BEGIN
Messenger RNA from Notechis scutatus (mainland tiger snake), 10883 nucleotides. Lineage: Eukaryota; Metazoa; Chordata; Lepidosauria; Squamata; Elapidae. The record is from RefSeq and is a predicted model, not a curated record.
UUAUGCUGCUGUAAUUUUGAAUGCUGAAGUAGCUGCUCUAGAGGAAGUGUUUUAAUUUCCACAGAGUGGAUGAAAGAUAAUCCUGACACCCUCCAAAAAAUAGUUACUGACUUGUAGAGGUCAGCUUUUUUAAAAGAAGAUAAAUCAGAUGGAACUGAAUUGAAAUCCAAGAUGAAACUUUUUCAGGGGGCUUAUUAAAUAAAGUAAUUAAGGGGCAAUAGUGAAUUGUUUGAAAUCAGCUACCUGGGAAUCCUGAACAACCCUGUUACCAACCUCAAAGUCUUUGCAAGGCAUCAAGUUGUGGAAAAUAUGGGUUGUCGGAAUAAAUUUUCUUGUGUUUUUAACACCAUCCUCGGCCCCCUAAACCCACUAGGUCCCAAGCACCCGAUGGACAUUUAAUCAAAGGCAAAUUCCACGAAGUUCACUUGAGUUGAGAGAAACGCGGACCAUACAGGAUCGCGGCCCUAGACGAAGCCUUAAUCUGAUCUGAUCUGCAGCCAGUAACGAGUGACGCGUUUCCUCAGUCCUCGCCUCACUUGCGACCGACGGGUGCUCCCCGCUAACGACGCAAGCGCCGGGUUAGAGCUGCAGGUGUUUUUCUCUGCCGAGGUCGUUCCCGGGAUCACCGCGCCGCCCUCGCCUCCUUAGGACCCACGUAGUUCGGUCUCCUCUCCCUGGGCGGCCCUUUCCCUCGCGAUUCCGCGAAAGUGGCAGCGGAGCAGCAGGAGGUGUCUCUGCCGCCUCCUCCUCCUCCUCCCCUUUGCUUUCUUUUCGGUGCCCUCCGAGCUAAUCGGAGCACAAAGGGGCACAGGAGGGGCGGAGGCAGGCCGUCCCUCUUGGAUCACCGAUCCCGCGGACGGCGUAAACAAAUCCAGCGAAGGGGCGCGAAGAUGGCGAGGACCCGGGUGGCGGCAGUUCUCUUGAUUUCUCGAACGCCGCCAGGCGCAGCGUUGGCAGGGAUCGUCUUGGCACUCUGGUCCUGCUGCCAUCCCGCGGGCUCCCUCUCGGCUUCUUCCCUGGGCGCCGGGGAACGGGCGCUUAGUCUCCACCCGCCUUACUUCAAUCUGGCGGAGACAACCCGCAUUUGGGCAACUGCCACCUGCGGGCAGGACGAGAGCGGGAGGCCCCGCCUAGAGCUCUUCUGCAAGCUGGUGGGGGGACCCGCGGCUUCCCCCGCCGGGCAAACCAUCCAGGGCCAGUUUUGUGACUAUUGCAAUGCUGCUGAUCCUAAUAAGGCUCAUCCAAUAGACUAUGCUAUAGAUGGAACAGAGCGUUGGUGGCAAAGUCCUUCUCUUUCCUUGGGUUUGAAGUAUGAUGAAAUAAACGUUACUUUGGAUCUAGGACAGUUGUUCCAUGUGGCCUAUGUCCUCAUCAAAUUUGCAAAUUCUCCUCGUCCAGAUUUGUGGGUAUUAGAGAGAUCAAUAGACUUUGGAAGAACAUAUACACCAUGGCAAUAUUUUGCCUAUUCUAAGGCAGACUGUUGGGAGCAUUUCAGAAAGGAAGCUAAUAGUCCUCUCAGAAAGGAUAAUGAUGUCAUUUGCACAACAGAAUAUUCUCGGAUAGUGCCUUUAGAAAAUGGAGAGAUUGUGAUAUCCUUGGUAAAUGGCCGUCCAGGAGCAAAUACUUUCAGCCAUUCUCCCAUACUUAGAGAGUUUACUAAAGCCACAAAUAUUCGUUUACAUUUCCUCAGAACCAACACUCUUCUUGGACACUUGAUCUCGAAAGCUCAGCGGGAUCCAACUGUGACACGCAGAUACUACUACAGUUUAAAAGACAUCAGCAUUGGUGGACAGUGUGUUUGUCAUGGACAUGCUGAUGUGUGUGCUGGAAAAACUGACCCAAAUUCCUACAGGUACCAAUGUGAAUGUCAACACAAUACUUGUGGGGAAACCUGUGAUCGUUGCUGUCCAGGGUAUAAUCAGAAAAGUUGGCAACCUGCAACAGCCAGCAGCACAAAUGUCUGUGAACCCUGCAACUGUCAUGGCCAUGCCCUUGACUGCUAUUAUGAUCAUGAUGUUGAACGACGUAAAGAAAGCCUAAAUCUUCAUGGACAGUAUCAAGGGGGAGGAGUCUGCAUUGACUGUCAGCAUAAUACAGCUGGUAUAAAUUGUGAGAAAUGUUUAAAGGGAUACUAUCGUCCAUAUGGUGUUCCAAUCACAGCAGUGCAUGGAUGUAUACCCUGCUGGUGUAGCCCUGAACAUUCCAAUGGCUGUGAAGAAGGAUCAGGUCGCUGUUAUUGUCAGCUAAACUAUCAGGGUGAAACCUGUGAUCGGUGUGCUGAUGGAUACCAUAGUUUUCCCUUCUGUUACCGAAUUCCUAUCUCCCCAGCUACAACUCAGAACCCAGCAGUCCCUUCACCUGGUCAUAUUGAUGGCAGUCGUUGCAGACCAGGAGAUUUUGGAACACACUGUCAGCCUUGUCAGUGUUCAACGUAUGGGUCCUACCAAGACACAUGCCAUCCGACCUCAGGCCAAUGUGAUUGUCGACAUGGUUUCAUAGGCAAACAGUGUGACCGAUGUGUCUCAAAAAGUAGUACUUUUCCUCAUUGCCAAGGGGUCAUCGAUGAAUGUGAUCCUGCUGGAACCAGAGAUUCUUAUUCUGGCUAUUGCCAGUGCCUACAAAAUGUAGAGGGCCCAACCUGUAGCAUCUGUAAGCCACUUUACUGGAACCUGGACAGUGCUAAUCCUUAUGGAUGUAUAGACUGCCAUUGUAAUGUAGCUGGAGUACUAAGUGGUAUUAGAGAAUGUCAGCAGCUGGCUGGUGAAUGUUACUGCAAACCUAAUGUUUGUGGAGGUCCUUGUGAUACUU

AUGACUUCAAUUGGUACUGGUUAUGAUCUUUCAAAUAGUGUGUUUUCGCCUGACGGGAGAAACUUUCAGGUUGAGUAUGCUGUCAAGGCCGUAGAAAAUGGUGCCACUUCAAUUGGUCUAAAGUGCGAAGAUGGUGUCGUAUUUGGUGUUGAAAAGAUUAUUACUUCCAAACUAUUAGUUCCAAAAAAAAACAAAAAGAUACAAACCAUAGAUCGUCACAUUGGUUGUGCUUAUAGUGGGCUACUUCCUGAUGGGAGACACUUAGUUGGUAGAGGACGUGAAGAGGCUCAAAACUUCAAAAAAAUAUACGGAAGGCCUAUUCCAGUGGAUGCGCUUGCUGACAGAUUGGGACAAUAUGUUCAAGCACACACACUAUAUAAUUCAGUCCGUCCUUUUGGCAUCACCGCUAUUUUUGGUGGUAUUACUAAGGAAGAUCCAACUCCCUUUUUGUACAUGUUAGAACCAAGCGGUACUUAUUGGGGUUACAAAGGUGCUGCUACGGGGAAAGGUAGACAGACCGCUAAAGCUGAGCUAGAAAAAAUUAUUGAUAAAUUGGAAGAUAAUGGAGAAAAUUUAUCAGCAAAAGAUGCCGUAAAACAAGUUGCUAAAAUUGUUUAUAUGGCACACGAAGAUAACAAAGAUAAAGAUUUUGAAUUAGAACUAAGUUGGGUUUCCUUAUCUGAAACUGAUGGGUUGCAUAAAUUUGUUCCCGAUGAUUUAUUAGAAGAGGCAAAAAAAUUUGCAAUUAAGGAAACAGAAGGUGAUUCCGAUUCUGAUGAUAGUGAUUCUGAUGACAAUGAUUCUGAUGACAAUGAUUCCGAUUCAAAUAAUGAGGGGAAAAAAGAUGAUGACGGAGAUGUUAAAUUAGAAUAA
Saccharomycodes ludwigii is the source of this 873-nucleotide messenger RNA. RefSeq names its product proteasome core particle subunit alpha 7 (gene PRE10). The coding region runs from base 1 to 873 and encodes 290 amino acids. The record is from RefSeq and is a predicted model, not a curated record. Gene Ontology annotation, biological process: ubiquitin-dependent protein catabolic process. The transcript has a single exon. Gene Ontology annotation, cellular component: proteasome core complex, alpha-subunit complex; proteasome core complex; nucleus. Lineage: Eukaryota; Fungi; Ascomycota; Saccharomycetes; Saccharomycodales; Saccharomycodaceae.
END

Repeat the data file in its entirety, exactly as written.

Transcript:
Messenger RNA from Notechis scutatus (mainland tiger snake), 10883 nucleotides. Lineage: Eukaryota; Metazoa; Chordata; Lepidosauria; Squamata; Elapidae. The record is from RefSeq and is a predicted model, not a curated record.
UUAUGCUGCUGUAAUUUUGAAUGCUGAAGUAGCUGCUCUAGAGGAAGUGUUUUAAUUUCCACAGAGUGGAUGAAAGAUAAUCCUGACACCCUCCAAAAAAUAGUUACUGACUUGUAGAGGUCAGCUUUUUUAAAAGAAGAUAAAUCAGAUGGAACUGAAUUGAAAUCCAAGAUGAAACUUUUUCAGGGGGCUUAUUAAAUAAAGUAAUUAAGGGGCAAUAGUGAAUUGUUUGAAAUCAGCUACCUGGGAAUCCUGAACAACCCUGUUACCAACCUCAAAGUCUUUGCAAGGCAUCAAGUUGUGGAAAAUAUGGGUUGUCGGAAUAAAUUUUCUUGUGUUUUUAACACCAUCCUCGGCCCCCUAAACCCACUAGGUCCCAAGCACCCGAUGGACAUUUAAUCAAAGGCAAAUUCCACGAAGUUCACUUGAGUUGAGAGAAACGCGGACCAUACAGGAUCGCGGCCCUAGACGAAGCCUUAAUCUGAUCUGAUCUGCAGCCAGUAACGAGUGACGCGUUUCCUCAGUCCUCGCCUCACUUGCGACCGACGGGUGCUCCCCGCUAACGACGCAAGCGCCGGGUUAGAGCUGCAGGUGUUUUUCUCUGCCGAGGUCGUUCCCGGGAUCACCGCGCCGCCCUCGCCUCCUUAGGACCCACGUAGUUCGGUCUCCUCUCCCUGGGCGGCCCUUUCCCUCGCGAUUCCGCGAAAGUGGCAGCGGAGCAGCAGGAGGUGUCUCUGCCGCCUCCUCCUCCUCCUCCCCUUUGCUUUCUUUUCGGUGCCCUCCGAGCUAAUCGGAGCACAAAGGGGCACAGGAGGGGCGGAGGCAGGCCGUCCCUCUUGGAUCACCGAUCCCGCGGACGGCGUAAACAAAUCCAGCGAAGGGGCGCGAAGAUGGCGAGGACCCGGGUGGCGGCAGUUCUCUUGAUUUCUCGAACGCCGCCAGGCGCAGCGUUGGCAGGGAUCGUCUUGGCACUCUGGUCCUGCUGCCAUCCCGCGGGCUCCCUCUCGGCUUCUUCCCUGGGCGCCGGGGAACGGGCGCUUAGUCUCCACCCGCCUUACUUCAAUCUGGCGGAGACAACCCGCAUUUGGGCAACUGCCACCUGCGGGCAGGACGAGAGCGGGAGGCCCCGCCUAGAGCUCUUCUGCAAGCUGGUGGGGGGACCCGCGGCUUCCCCCGCCGGGCAAACCAUCCAGGGCCAGUUUUGUGACUAUUGCAAUGCUGCUGAUCCUAAUAAGGCUCAUCCAAUAGACUAUGCUAUAGAUGGAACAGAGCGUUGGUGGCAAAGUCCUUCUCUUUCCUUGGGUUUGAAGUAUGAUGAAAUAAACGUUACUUUGGAUCUAGGACAGUUGUUCCAUGUGGCCUAUGUCCUCAUCAAAUUUGCAAAUUCUCCUCGUCCAGAUUUGUGGGUAUUAGAGAGAUCAAUAGACUUUGGAAGAACAUAUACACCAUGGCAAUAUUUUGCCUAUUCUAAGGCAGACUGUUGGGAGCAUUUCAGAAAGGAAGCUAAUAGUCCUCUCAGAAAGGAUAAUGAUGUCAUUUGCACAACAGAAUAUUCUCGGAUAGUGCCUUUAGAAAAUGGAGAGAUUGUGAUAUCCUUGGUAAAUGGCCGUCCAGGAGCAAAUACUUUCAGCCAUUCUCCCAUACUUAGAGAGUUUACUAAAGCCACAAAUAUUCGUUUACAUUUCCUCAGAACCAACACUCUUCUUGGACACUUGAUCUCGAAAGCUCAGCGGGAUCCAACUGUGACACGCAGAUACUACUACAGUUUAAAAGACAUCAGCAUUGGUGGACAGUGUGUUUGUCAUGGACAUGCUGAUGUGUGUGCUGGAAAAACUGACCCAAAUUCCUACAGGUACCAAUGUGAAUGUCAACACAAUACUUGUGGGGAAACCUGUGAUCGUUGCUGUCCAGGGUAUAAUCAGAAAAGUUGGCAACCUGCAACAGCCAGCAGCACAAAUGUCUGUGAACCCUGCAACUGUCAUGGCCAUGCCCUUGACUGCUAUUAUGAUCAUGAUGUUGAACGACGUAAAGAAAGCCUAAAUCUUCAUGGACAGUAUCAAGGGGGAGGAGUCUGCAUUGACUGUCAGCAUAAUACAGCUGGUAUAAAUUGUGAGAAAUGUUUAAAGGGAUACUAUCGUCCAUAUGGUGUUCCAAUCACAGCAGUGCAUGGAUGUAUACCCUGCUGGUGUAGCCCUGAACAUUCCAAUGGCUGUGAAGAAGGAUCAGGUCGCUGUUAUUGUCAGCUAAACUAUCAGGGUGAAACCUGUGAUCGGUGUGCUGAUGGAUACCAUAGUUUUCCCUUCUGUUACCGAAUUCCUAUCUCCCCAGCUACAACUCAGAACCCAGCAGUCCCUUCACCUGGUCAUAUUGAUGGCAGUCGUUGCAGACCAGGAGAUUUUGGAACACACUGUCAGCCUUGUCAGUGUUCAACGUAUGGGUCCUACCAAGACACAUGCCAUCCGACCUCAGGCCAAUGUGAUUGUCGACAUGGUUUCAUAGGCAAACAGUGUGACCGAUGUGUCUCAAAAAGUAGUACUUUUCCUCAUUGCCAAGGGGUCAUCGAUGAAUGUGAUCCUGCUGGAACCAGAGAUUCUUAUUCUGGCUAUUGCCAGUGCCUACAAAAUGUAGAGGGCCCAACCUGUAGCAUCUGUAAGCCACUUUACUGGAACCUGGACAGUGCUAAUCCUUAUGGAUGUAUAGACUGCCAUUGUAAUGUAGCUGGAGUACUAAGUGGUAUUAGAGAAUGUCAGCAGCUGGCUGGUGAAUGUUACUGCAAACCUAAUGUUUGUGGAGGUCCUUGUGAUACUU

AUGACUUCAAUUGGUACUGGUUAUGAUCUUUCAAAUAGUGUGUUUUCGCCUGACGGGAGAAACUUUCAGGUUGAGUAUGCUGUCAAGGCCGUAGAAAAUGGUGCCACUUCAAUUGGUCUAAAGUGCGAAGAUGGUGUCGUAUUUGGUGUUGAAAAGAUUAUUACUUCCAAACUAUUAGUUCCAAAAAAAAACAAAAAGAUACAAACCAUAGAUCGUCACAUUGGUUGUGCUUAUAGUGGGCUACUUCCUGAUGGGAGACACUUAGUUGGUAGAGGACGUGAAGAGGCUCAAAACUUCAAAAAAAUAUACGGAAGGCCUAUUCCAGUGGAUGCGCUUGCUGACAGAUUGGGACAAUAUGUUCAAGCACACACACUAUAUAAUUCAGUCCGUCCUUUUGGCAUCACCGCUAUUUUUGGUGGUAUUACUAAGGAAGAUCCAACUCCCUUUUUGUACAUGUUAGAACCAAGCGGUACUUAUUGGGGUUACAAAGGUGCUGCUACGGGGAAAGGUAGACAGACCGCUAAAGCUGAGCUAGAAAAAAUUAUUGAUAAAUUGGAAGAUAAUGGAGAAAAUUUAUCAGCAAAAGAUGCCGUAAAACAAGUUGCUAAAAUUGUUUAUAUGGCACACGAAGAUAACAAAGAUAAAGAUUUUGAAUUAGAACUAAGUUGGGUUUCCUUAUCUGAAACUGAUGGGUUGCAUAAAUUUGUUCCCGAUGAUUUAUUAGAAGAGGCAAAAAAAUUUGCAAUUAAGGAAACAGAAGGUGAUUCCGAUUCUGAUGAUAGUGAUUCUGAUGACAAUGAUUCUGAUGACAAUGAUUCCGAUUCAAAUAAUGAGGGGAAAAAAGAUGAUGACGGAGAUGUUAAAUUAGAAUAA
Saccharomycodes ludwigii is the source of this 873-nucleotide messenger RNA. RefSeq names its product proteasome core particle subunit alpha 7 (gene PRE10). The coding region runs from base 1 to 873 and encodes 290 amino acids. The record is from RefSeq and is a predicted model, not a curated record. Gene Ontology annotation, biological process: ubiquitin-dependent protein catabolic process. The transcript has a single exon. Gene Ontology annotation, cellular component: proteasome core complex, alpha-subunit complex; proteasome core complex; nucleus. Lineage: Eukaryota; Fungi; Ascomycota; Saccharomycetes; Saccharomycodales; Saccharomycodaceae.